The following film is beautiful, but the cord is cut early and there is no placenta! I can't help but wonder why.
The way the woman gives birth so calmly and consciously in this video is a delight. I love the way the tank enables the family, the midwife and the doctor to see what is happening without interfering or interrupting the woman's 'flow'. I also love the way the woman uses her hands to birth her baby's head and how she engages with the baby when the baby's head is born. This woman was obviously well prepared for the birth of her baby.
BUT - where is the placenta???
The birth of the placenta is missing from most videos. The fact that the placenta is missing from birth videos sends the wrong and incomplete message about birth. Giving birth to the placenta is the third stage of labour. The third and fourth stage of labour, during which time the woman adjusts psychologically, physiologically and spiritually to the birth of the baby, are vitally important parts of the birth process. This period is a 'peak experience' time; one where women get surges of the 'love' hormone oxytocin if the environmental conditions are optimal. These surges in oxytocin are essential for optimal psychophysiological functioning for bonding with the baby, contraction of the woman's uterus, haemostasis and the initiation of lactation.
The placenta is an awesome organ and needs to be given due respect and acknowledgment for the mighty role it plays in the beginning of life.
Many cultures have the Tree of Life symbol which is said to be a metaphor for the placenta; artworks across millenia demonstrate this potent recognition of the placenta's role in the life of a fetus and baby. Not only is the symbolism missing in modern life, even the placenta itself is written out of the mainstream artform - that of videos.
Ignoring or dismissing the placenta comes at a cost. Women don't know they have a placenta to birth; if they do know, they don't know the magnificence of it. What that means is they think birth is over when the baby is born. Unfortunately, thinking birth is over sends the wrong message to the neural networks and hormonal system. Safe birth requires conscious engagement in the process.
A key lesson of modern neuroscience is that a change in the focus of our attention changes our brain firing patterns and changes the neurochemicals associated with the firing pattern. The practical application of this lesson is that our physiology responds to our thinking. The thought that birth is over when a woman doesn't realise that the birth of the placenta requires attention, especially when the feeling of relief is profound and/or the woman is disturbed/distracted from her baby and birth process can result in a blocking of the release of oxytocin. A drop in the level of oxytocin can predispose the woman to excessive blood loss because her uterus doesn't get the chemical messages it needs to contract well and seal off the placental site. The attentional network that I suggest is optimal in birthing the placenta and keeping safe in third and fourth stage of labour is the attentional neural network associated with fascination. When a woman is fascinated with her baby, she is safe and her physiology works as it ought. Disrupting, distracting or in any other way interrupting the fascinating network bodes trouble. Midwives have a duty of care to ensure the birth environment is conducive to women's fascination with their babies being enhanced and potentiated; a key aspect of midwifery guardianship. .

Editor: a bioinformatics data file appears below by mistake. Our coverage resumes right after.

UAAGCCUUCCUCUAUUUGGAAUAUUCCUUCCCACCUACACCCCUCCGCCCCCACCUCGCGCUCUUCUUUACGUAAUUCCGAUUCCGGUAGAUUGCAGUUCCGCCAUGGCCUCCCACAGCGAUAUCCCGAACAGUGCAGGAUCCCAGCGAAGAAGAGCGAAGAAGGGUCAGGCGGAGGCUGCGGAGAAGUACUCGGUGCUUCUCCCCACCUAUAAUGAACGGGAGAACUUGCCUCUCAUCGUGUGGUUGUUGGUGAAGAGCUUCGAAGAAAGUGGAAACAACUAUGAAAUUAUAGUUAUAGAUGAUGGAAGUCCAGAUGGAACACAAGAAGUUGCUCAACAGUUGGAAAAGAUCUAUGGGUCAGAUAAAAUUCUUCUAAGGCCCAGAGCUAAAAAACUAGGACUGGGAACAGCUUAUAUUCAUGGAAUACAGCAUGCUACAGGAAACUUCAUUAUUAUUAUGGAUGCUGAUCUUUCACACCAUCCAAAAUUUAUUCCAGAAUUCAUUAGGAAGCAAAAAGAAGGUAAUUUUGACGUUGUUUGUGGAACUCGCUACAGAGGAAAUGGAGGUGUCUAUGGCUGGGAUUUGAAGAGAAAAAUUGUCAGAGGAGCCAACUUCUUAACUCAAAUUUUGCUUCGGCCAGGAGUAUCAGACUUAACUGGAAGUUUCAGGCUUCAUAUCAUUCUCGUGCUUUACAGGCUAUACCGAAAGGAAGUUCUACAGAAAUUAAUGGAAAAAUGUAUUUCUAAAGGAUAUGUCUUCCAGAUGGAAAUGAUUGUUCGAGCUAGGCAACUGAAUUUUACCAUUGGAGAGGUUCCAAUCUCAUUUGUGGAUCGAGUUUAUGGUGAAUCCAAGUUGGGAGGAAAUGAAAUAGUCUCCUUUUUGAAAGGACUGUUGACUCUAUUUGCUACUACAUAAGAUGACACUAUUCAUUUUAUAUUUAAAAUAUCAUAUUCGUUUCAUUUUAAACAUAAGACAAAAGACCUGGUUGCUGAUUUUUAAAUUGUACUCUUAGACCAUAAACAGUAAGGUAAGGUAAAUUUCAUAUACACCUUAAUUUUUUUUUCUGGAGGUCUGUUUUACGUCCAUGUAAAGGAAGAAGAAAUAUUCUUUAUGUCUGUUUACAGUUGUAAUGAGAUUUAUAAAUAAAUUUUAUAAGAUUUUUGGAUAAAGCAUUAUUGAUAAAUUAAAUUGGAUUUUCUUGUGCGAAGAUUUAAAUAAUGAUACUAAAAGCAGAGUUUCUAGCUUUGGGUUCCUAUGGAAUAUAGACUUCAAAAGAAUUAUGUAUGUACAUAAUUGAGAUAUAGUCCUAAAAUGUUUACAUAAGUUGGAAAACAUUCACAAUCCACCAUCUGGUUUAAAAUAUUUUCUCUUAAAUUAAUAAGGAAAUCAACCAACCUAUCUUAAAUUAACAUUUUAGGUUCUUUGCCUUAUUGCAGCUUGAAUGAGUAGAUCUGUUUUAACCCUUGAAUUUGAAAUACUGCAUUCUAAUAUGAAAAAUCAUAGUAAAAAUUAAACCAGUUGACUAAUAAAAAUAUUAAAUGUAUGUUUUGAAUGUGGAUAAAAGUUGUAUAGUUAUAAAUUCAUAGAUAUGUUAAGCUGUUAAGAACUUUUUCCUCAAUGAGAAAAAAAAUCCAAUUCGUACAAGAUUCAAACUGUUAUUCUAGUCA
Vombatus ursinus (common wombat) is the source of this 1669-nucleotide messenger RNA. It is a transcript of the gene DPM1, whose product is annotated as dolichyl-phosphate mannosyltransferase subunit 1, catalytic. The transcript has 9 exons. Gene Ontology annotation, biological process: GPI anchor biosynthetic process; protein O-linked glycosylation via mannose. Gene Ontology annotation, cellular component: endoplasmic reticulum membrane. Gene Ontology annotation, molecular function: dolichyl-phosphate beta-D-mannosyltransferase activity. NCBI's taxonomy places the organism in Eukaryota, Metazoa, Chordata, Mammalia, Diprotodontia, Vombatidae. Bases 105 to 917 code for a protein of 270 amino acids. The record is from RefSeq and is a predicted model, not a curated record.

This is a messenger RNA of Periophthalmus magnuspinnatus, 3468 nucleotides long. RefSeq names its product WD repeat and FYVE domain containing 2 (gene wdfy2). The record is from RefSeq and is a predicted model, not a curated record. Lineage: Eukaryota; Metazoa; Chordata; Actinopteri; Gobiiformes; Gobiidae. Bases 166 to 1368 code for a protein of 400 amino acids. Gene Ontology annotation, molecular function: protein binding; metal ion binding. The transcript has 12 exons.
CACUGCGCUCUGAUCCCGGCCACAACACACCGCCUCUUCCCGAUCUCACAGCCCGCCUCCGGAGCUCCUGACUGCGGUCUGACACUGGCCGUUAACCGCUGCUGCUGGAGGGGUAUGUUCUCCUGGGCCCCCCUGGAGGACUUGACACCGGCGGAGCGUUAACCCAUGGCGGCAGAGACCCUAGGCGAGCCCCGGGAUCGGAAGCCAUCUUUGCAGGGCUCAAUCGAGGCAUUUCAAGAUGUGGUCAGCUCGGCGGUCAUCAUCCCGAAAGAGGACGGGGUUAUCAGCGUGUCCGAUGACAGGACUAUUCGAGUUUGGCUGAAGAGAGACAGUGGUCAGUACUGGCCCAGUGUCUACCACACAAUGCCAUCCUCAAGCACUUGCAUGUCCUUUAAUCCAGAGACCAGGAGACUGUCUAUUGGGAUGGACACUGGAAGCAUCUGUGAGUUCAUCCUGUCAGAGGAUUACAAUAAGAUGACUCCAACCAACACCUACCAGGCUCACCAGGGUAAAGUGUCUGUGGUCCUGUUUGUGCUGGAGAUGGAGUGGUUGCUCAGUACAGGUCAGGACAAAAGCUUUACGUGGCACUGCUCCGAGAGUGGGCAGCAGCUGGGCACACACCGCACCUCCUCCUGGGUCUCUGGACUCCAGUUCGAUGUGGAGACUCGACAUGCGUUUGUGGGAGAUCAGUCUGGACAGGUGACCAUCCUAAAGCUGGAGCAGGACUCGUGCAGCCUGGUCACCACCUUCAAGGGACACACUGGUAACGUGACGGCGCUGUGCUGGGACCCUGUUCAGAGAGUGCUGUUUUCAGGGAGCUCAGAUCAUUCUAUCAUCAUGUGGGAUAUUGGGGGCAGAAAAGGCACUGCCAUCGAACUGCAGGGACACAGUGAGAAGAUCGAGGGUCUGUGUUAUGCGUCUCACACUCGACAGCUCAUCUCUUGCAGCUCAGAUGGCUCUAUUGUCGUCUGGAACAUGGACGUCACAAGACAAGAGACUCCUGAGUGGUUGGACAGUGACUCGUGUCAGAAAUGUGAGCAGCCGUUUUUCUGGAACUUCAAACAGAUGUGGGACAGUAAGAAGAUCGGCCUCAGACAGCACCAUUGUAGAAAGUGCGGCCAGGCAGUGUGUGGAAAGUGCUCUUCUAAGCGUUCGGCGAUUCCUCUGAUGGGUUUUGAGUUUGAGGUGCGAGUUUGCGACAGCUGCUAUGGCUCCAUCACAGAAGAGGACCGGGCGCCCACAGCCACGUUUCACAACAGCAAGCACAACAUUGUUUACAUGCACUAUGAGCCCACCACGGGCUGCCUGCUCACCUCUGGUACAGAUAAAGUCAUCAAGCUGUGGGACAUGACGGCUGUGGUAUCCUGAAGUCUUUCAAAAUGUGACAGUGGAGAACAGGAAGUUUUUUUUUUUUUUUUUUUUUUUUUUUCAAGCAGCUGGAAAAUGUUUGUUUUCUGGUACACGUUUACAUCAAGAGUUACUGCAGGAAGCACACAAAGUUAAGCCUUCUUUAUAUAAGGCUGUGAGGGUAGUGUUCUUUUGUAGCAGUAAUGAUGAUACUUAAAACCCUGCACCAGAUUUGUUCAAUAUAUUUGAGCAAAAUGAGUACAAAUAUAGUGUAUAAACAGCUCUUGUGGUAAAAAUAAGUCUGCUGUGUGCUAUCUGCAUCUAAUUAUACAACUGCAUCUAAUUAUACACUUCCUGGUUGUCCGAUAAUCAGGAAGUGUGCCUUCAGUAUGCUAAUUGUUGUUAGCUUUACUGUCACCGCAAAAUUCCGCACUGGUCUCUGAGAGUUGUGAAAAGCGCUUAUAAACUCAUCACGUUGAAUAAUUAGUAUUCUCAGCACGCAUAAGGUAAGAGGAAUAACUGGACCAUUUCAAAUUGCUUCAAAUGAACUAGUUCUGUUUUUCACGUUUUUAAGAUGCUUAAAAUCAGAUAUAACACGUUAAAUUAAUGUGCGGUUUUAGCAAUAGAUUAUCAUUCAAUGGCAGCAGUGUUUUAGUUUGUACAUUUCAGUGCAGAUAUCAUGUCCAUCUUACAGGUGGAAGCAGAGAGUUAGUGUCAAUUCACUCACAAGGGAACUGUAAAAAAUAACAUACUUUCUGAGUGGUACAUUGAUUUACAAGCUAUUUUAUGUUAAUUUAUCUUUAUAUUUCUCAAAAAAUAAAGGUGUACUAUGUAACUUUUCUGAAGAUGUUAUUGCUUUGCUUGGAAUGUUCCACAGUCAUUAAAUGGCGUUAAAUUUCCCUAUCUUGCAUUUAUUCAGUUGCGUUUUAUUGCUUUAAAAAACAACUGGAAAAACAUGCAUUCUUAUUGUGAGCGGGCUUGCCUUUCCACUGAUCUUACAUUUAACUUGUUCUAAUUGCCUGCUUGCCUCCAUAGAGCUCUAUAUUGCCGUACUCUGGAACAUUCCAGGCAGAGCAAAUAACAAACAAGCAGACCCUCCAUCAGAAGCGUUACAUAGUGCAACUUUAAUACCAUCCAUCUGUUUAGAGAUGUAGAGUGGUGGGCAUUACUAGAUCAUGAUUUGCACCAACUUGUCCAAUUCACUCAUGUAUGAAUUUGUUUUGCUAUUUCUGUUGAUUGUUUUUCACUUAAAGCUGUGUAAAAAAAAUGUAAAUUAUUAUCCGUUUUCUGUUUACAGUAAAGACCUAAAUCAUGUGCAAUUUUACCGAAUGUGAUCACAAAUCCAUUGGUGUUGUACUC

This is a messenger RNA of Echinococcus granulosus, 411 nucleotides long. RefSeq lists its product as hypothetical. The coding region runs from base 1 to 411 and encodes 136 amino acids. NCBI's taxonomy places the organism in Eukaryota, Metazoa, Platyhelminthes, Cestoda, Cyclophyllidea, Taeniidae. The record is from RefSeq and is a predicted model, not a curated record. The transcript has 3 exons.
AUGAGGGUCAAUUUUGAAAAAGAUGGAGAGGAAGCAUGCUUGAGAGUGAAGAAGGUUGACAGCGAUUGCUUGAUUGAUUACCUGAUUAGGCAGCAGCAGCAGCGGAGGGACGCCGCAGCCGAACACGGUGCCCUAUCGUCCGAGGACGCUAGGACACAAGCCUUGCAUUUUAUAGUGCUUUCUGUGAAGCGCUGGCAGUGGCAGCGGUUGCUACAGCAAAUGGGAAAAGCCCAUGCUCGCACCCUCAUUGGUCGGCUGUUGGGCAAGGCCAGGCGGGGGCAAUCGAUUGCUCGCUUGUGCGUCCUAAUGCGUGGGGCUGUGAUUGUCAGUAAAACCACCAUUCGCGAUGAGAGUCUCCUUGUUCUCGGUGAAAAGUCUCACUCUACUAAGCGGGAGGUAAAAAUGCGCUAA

I've written a theoretical paper, with my colleague, Professor of Midwifery, Dr Kathleen Fahy, on midwifery guardianship in the third stage of labour. You can access the abstract here.
We also conducted a cohort study which showed that women who had active management of third stage were 7-8 times more likely to experience excessive blood loss in third and fourth stages of labour than women who were well prepared and, together with their families and midwives, had a mindful approach to the birth of the placenta.
On this Mother's Day, the recognition that knowledge is power and education about the placenta is lifesaving and helping women to stay safe in childbirth is a good thing to think about!